Second, many manufacturers are moving from a vertically integrated business
model to a virtually integrated one and from a make-to-stock to a make-to-order
model. Together, these changes promise to cut batch sizes, increase agility,
lower inventory carrying cost, cut product obsolescence, enhance profitability,
and more tightly link supply to actual demand. But, these same changes further
complicate what was already a difficult process — forging a synchronized
Third, relatively few supply chains share the same technology infrastructure. There is often little standardization of technology and processes within the enterprise and even less across the extended supply chain. As a result, it often seems as if the implementation rate of business solutions is outpaced by the rate of technological change.
Private Trading Exchanges
Despite this seemingly bleak backdrop, leading manufacturers are now synchronizing supply chains to deliver dramatic ROI for all trading partners. Early adopters have reported 300 to 400 percent improvements in inventory turns, the virtual elimination of buy-side processing costs, greatly improved supply chain visibility, enhanced collaborative production planning and new, unattended order processing capabilities.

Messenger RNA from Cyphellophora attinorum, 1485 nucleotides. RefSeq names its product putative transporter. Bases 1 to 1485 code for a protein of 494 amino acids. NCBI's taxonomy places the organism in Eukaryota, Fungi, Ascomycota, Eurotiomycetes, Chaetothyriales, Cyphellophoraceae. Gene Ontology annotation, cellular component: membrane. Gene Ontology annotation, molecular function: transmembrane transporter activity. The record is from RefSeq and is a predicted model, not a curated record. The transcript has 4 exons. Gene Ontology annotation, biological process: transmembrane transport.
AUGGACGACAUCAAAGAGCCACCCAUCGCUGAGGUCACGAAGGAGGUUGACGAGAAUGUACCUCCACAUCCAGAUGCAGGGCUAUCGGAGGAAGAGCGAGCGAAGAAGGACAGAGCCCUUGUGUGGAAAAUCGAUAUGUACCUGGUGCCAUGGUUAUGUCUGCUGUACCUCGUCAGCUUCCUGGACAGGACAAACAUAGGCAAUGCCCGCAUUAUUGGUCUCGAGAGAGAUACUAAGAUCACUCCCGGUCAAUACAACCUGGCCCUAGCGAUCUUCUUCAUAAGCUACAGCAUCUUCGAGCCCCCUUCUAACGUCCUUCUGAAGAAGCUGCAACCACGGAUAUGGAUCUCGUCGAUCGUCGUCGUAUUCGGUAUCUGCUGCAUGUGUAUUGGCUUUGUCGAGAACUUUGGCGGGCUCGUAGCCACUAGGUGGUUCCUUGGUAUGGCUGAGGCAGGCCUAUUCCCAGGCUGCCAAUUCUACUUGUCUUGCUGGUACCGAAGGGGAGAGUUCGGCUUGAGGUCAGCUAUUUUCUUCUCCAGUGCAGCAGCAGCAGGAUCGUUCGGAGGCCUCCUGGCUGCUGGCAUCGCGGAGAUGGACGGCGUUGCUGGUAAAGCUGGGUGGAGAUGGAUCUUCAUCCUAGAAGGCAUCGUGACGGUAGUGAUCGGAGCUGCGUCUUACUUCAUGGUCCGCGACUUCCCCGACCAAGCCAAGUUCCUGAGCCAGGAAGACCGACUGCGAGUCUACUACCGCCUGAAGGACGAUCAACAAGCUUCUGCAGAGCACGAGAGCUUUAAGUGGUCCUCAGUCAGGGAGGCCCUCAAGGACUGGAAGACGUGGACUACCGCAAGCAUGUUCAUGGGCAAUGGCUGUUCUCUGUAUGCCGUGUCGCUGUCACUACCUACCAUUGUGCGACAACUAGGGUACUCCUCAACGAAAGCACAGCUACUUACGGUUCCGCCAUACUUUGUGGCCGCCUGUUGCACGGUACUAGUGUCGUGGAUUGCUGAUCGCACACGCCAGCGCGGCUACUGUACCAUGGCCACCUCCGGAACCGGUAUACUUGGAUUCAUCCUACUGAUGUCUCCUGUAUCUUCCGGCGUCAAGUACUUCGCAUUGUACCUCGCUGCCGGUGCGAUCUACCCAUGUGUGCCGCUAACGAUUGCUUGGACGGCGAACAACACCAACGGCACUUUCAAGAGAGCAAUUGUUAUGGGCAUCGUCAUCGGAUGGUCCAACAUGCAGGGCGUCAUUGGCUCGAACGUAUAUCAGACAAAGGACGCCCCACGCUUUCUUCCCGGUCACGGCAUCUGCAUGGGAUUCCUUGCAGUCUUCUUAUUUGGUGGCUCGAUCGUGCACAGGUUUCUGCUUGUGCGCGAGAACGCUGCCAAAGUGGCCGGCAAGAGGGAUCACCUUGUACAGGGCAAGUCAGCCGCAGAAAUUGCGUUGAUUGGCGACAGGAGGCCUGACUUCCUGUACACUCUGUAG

While earlier efforts stumbled due to the dynamic business environment and a mix of disparate business systems, the new implementations succeed thanks to the advent of the private trading exchange (PTX). Simply defined, a PTX is a single technology interface for the outside world. The PTX aggregates diverse procurement activities, manages the content and flow of information among trading partners, presents customers with a consistent interface, and generally eliminates the headaches involved in forging a synchronized supply chain system. Analysts advocate the PTX strategy and predict that from 10-30 percent of all e-commerce transactions will flow through private exchanges by 2005.
With a PTX, advanced SCM concepts can be implemented reliably and cost effectively. Collaborative planning methodologies, implemented through a PTX, improve supply chain responsiveness by sharing demand and supply information and coordinating the planning of retailers, distributors, manufacturers, and suppliers. The basic idea is to improve end-to-end processes by capturing customer point-of-use data and/or retailer point-of-sale data and using it to improve inventory replenishment, manufacturing activities, and supplier schedules back through to the raw material level.
These collaborative methodologies allow the rapid exchange of data, require